I learned a new word a few months back – ecotone. It is used by biologists to describe the boundaries between different habitats, and of course these are where most of the interesting stuff happens. Woodland margins are ecotones, and so are beaches and riverbanks. I don’t know the equivalent term in human geography, so let us borrow this one.

The fringes of a market town are a kind of ecotone: a debatable land where the suburbs end, and the countryside begins. It is where we keep our sports fields and our scout huts, our golf courses, recycling centres and recreational woodland. It is where the eleventh century built its leper houses, and the nineteenth, its prisons. Apart from all these, the town of Lewes – whose leper house on Spital Road closed a few centuries ago – has its seven bonfire societies to make provision for. Each of these needs a firesite close enough to march to, but far enough away that thousands of pounds worth of fireworks can be set off without actually burning anyone’s house down.

I am afraid that wherever you get human geography, you will also find the dismal science of economics, exerting its baleful influence. The disparity between population growth and housing availability results in rising land prices, so the patch of waste ground on the edge of town is transformed into a prime development site. As the town pushes outward, so the countryside pushes in, because the expanding population also needs more food, and is becoming aware that there are some serious downsides when you bring this in from overseas. And where then, in this narrowing margin, can you fit your lover’s lane, your riding stables, and your allotments? For the human inhabitants of the town, this presents a series of challenges. For wildlife, it is a bloody disaster. Because this is also an ecotone in the biological sense: a boundary habitat, and a refuge for those birds and animals that cannot adapt to life alongside humans, but finds the countryside, bereft of hedgerows and soaked with pesticides and herbicides, a difficult place to feed, or breed, or nest in safety.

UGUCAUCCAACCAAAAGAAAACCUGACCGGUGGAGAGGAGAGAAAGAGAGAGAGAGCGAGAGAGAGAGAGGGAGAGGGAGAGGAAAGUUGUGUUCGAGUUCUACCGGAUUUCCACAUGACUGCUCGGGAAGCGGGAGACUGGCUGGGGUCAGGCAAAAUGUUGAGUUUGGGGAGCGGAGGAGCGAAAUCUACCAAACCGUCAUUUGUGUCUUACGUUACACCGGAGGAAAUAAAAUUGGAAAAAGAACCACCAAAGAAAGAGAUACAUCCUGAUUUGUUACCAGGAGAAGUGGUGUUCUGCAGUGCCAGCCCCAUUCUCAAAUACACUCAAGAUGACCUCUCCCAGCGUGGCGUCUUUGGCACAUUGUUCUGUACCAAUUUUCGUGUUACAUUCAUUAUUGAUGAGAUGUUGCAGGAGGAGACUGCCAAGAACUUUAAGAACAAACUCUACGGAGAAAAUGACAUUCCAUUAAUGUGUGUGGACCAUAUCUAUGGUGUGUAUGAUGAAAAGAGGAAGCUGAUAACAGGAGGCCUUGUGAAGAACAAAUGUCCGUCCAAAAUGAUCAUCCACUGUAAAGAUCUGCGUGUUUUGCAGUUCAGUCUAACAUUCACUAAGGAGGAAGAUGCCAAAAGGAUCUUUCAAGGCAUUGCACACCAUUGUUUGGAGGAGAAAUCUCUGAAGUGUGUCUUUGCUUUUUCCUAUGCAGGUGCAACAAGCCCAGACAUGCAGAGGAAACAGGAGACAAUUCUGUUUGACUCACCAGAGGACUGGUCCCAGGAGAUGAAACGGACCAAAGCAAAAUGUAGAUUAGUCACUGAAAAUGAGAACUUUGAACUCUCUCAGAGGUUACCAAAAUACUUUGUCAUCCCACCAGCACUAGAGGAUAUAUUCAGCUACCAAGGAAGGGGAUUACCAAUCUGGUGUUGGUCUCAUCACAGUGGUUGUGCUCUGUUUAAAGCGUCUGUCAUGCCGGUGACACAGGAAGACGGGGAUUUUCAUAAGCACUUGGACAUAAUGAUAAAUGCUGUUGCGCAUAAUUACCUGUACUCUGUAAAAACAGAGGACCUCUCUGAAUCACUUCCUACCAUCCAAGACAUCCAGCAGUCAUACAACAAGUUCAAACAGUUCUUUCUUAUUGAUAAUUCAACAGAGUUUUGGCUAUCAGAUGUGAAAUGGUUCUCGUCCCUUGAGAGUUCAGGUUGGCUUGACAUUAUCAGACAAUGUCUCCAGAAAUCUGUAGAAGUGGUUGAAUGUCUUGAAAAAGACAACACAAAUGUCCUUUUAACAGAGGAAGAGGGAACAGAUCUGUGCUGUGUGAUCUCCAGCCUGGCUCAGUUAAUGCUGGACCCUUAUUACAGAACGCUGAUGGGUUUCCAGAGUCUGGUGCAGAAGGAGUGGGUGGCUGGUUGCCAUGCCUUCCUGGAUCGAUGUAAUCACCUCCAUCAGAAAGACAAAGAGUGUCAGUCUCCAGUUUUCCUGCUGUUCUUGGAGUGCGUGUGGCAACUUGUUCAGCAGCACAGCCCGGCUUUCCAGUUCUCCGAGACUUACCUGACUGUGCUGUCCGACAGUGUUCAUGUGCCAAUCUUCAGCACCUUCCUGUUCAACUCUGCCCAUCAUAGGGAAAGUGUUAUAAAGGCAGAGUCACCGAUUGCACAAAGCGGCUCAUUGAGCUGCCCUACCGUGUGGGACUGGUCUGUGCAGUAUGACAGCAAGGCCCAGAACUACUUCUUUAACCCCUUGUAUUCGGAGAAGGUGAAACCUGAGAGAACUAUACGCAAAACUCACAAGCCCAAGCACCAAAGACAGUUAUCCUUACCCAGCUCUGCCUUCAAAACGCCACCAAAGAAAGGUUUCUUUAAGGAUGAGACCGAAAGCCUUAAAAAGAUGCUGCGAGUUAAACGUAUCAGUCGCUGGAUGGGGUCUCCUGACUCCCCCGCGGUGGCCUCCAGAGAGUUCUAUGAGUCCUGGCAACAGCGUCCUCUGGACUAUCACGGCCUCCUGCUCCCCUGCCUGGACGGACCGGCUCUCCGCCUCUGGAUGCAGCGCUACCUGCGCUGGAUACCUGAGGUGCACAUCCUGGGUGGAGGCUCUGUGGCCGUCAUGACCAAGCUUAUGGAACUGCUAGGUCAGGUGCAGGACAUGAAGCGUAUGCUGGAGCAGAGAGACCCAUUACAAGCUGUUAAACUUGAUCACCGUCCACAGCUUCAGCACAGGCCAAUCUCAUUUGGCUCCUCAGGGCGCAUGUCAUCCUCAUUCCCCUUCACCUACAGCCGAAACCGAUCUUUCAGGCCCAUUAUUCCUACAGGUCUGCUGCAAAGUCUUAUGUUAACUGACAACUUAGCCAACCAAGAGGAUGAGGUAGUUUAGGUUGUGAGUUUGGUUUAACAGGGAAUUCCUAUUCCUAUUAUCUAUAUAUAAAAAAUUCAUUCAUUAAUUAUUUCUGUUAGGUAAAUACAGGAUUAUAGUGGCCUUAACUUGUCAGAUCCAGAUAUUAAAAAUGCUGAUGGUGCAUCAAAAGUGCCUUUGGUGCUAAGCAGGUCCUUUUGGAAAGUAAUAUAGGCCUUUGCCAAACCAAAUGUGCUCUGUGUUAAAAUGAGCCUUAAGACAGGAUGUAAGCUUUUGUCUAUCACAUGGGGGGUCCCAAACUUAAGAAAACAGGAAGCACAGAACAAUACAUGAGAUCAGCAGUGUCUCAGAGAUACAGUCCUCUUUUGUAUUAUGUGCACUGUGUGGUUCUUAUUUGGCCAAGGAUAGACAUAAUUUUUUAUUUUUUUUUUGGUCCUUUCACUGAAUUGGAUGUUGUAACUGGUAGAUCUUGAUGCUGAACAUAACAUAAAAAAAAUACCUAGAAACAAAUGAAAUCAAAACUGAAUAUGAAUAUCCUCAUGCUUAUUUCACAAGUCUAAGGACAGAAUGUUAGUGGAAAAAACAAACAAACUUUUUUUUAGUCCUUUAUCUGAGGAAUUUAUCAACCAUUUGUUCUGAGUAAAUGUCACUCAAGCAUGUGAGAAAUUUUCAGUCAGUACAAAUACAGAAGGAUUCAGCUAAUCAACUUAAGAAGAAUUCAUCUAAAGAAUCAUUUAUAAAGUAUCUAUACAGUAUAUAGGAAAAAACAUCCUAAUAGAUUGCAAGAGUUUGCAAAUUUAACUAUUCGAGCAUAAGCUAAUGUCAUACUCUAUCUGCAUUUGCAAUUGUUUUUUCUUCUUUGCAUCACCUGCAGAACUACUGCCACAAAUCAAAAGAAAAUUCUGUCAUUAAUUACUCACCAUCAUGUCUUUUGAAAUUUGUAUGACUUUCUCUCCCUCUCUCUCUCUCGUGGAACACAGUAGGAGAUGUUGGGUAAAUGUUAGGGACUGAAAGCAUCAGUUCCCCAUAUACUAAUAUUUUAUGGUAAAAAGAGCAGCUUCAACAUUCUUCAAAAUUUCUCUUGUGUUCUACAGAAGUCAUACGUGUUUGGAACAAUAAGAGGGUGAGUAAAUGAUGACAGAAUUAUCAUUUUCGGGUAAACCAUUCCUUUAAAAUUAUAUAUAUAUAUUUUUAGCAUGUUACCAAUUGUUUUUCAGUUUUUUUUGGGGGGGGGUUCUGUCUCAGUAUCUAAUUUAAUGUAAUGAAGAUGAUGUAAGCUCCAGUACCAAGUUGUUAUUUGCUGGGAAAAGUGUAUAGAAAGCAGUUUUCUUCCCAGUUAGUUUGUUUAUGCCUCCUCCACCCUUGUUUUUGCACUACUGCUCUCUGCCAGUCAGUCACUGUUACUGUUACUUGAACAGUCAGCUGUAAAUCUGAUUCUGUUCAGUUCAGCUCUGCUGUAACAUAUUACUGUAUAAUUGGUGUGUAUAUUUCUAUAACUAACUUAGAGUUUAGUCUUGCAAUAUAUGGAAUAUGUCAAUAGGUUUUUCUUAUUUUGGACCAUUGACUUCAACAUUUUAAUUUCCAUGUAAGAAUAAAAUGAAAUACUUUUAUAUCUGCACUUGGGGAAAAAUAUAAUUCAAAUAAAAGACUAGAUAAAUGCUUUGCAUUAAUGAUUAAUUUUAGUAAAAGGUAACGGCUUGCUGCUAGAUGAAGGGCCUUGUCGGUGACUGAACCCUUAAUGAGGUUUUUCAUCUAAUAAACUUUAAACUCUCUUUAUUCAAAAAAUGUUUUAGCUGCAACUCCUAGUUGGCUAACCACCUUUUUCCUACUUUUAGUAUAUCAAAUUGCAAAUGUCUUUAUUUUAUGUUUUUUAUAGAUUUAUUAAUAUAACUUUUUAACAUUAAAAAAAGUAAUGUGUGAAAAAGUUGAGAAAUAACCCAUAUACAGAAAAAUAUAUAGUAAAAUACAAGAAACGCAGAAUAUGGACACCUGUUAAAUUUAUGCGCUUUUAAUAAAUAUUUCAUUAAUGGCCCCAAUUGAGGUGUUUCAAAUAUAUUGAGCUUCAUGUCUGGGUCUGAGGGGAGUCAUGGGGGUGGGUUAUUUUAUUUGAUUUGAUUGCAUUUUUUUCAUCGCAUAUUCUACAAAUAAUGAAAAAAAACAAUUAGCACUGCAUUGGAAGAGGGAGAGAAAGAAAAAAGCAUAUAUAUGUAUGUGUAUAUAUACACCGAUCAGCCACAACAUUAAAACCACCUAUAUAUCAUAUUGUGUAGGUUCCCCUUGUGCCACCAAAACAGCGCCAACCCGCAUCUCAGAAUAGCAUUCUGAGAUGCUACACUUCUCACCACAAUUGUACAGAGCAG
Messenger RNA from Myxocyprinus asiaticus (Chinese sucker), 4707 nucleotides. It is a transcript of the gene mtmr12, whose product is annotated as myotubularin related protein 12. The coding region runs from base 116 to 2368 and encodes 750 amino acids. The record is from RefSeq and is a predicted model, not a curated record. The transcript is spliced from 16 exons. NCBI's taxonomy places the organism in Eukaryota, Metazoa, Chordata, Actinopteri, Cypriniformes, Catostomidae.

Just to the south of Lewes there is a running track, and, as is often the case, this is surrounded by hybrid black poplars. There is a team of tree surgeons pollarding these, which is fine – a pollarded tree will usually last longer, and is often a better home for wildlife. ( Except woodpeckers, and anything else that needs standing dead wood ). Unfortunately the arborists have also cut down all the small trees between the poplars. From their point of view, this is common sense. A big old poplar is a dangerous tree to work on at the best of times ( See image! ) and these stand on a steep, muddy bank beside a ditch. However, the small trees were planted by volunteers, to provide homes for wildlife, and to keep light pollution from the track’s floodlights out of the neighbouring meadow.

Now, in the short to medium term, this can be fixed. If the landowner gives permission, there are plenty of volunteers who will turn out to replant a wildlife hedge – and if he doesn’t, well, scrub grows back. However, it strikes me that there is a fundamental flaw in our approach to this sort of work: a failure to understand the concept of ecosystem services. I asked the chairman of the athletics club if he was happy with what had been done, and he told me that the track was rather windier than it had been before. It didn’t seem to have occurred to him that his sports field was tucked into the angle between two busy main roads, and that his runners were gulping down deep lungfuls of polluted air. How many people die every year in this country from diesel fumes? And what have we got to clean the air up, apart from the leaves of trees and shrubs? Perhaps it might be a good idea for us to accept that an environment that is healthy for wildlife is also healthy for human beings. Why does this basic principle not underpin our council policy and our planning legislation?

Jon Gunson, TTL.


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